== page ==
The Montana judge who drew national condemnation for saying a 14-year-old rape victim was asking for it will be suspended without pay for one month. District Judge Todd Baugh had said in court that the victim—who later killed herself—was just as much to blame as her attacker, whom he sentenced to serve a mere 31 days in jail.
Her attacker, by the way, was her 47-year-old public school teacher, Stacey Dean Rambold, and he admitted to "sexual intercourse without consent." But to Baugh, the victim was "a troubled youth" who looked "older than her chronological age," and this wasn't the "beat-up rape" variety—which meant the freshman girl entrusted to this man's care "was probably as much in control of the situation" as he was.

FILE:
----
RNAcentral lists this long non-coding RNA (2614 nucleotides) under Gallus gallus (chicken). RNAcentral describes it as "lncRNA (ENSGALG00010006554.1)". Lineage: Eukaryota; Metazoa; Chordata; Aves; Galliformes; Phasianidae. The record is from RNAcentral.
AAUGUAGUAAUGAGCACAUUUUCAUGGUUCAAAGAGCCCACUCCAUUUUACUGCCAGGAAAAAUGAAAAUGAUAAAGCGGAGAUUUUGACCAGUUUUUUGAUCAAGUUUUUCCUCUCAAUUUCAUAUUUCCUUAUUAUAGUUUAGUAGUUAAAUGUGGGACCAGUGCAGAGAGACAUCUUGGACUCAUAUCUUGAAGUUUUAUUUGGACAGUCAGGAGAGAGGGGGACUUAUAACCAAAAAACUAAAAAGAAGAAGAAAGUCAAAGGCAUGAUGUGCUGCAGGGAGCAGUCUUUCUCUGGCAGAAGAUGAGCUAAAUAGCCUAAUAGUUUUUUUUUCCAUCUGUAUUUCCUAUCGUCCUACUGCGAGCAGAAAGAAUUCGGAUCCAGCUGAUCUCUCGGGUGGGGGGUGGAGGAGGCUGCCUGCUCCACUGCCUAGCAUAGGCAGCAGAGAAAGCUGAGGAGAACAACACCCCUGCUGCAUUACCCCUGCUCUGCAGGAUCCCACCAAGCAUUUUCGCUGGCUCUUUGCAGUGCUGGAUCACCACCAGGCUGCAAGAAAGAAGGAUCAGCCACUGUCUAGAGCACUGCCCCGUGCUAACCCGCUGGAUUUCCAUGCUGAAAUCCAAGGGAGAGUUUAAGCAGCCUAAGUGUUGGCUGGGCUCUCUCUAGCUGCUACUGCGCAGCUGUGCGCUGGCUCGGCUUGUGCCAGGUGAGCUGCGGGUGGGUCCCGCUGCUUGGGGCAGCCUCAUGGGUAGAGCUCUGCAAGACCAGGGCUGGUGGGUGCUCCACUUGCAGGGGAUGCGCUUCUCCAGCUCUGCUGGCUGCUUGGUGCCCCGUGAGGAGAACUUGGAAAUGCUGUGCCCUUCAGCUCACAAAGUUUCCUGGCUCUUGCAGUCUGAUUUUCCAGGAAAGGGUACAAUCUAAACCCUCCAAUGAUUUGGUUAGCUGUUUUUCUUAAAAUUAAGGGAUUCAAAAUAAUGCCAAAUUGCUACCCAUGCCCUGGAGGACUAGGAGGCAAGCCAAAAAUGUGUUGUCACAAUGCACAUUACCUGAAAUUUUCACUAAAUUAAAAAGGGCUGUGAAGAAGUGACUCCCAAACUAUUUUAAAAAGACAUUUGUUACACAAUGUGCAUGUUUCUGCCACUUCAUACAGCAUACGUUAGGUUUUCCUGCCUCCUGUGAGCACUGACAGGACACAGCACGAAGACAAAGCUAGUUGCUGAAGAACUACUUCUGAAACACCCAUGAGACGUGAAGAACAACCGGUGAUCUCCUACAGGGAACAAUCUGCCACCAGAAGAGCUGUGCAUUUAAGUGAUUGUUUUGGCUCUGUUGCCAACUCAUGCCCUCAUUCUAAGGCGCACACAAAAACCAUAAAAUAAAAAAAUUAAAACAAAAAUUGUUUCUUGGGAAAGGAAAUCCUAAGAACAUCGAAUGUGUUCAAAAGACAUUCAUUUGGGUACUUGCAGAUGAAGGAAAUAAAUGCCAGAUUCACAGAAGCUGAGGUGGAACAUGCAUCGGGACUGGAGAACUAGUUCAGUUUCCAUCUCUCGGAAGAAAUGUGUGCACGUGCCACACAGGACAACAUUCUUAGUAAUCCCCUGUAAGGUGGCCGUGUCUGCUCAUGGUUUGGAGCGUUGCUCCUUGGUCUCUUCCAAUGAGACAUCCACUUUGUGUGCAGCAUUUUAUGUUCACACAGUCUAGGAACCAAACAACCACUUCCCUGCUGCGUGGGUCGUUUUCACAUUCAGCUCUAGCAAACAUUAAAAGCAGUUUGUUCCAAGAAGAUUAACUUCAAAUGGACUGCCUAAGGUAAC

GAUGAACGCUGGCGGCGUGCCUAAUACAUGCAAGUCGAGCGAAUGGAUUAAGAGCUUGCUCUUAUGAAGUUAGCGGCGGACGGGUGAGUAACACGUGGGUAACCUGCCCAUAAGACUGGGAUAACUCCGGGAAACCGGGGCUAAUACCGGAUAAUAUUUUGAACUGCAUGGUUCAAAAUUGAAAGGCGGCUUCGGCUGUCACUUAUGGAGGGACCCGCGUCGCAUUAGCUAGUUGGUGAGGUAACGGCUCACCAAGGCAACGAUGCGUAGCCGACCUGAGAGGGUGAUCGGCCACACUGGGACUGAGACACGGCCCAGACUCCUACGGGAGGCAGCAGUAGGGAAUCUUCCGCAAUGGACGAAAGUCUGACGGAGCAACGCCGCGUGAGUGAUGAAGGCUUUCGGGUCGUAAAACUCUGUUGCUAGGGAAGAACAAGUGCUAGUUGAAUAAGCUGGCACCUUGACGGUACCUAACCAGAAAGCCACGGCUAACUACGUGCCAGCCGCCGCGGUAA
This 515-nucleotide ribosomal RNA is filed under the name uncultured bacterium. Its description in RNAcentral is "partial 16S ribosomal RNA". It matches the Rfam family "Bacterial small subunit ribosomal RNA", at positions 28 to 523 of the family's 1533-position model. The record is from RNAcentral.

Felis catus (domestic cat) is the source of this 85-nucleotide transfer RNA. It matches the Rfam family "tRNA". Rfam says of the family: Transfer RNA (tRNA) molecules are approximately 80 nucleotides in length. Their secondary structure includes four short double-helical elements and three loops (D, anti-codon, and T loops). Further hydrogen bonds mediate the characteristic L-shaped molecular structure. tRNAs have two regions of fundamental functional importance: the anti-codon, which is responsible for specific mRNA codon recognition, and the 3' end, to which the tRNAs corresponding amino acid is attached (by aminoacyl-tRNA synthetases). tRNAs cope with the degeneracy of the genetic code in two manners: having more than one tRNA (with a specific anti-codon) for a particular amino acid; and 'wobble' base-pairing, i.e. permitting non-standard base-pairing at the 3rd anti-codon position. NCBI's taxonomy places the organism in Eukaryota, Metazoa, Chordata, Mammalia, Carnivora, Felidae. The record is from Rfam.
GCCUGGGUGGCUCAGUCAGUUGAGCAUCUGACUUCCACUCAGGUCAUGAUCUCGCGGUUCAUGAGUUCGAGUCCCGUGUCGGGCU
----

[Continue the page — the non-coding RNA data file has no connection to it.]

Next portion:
The state's judicial ethics panel filed a complaint against Baugh, asking the Montana Supreme Court to publicly reprimand him. But the court took it a step further: In a decision Wednesday, it ordered Baugh—who is retiring at the end of the year—to be suspended from the bench withiout pay for his last month.
"There is no place in the Montana judiciary for perpetuating the stereotype that women and girls are responsible for sexual crimes committed against them," it stated.
In April, the court vacated Rambold's original sentence and remanded for resentencing by a new judge. On Tuesday, it denied his request to reconsider the ruling.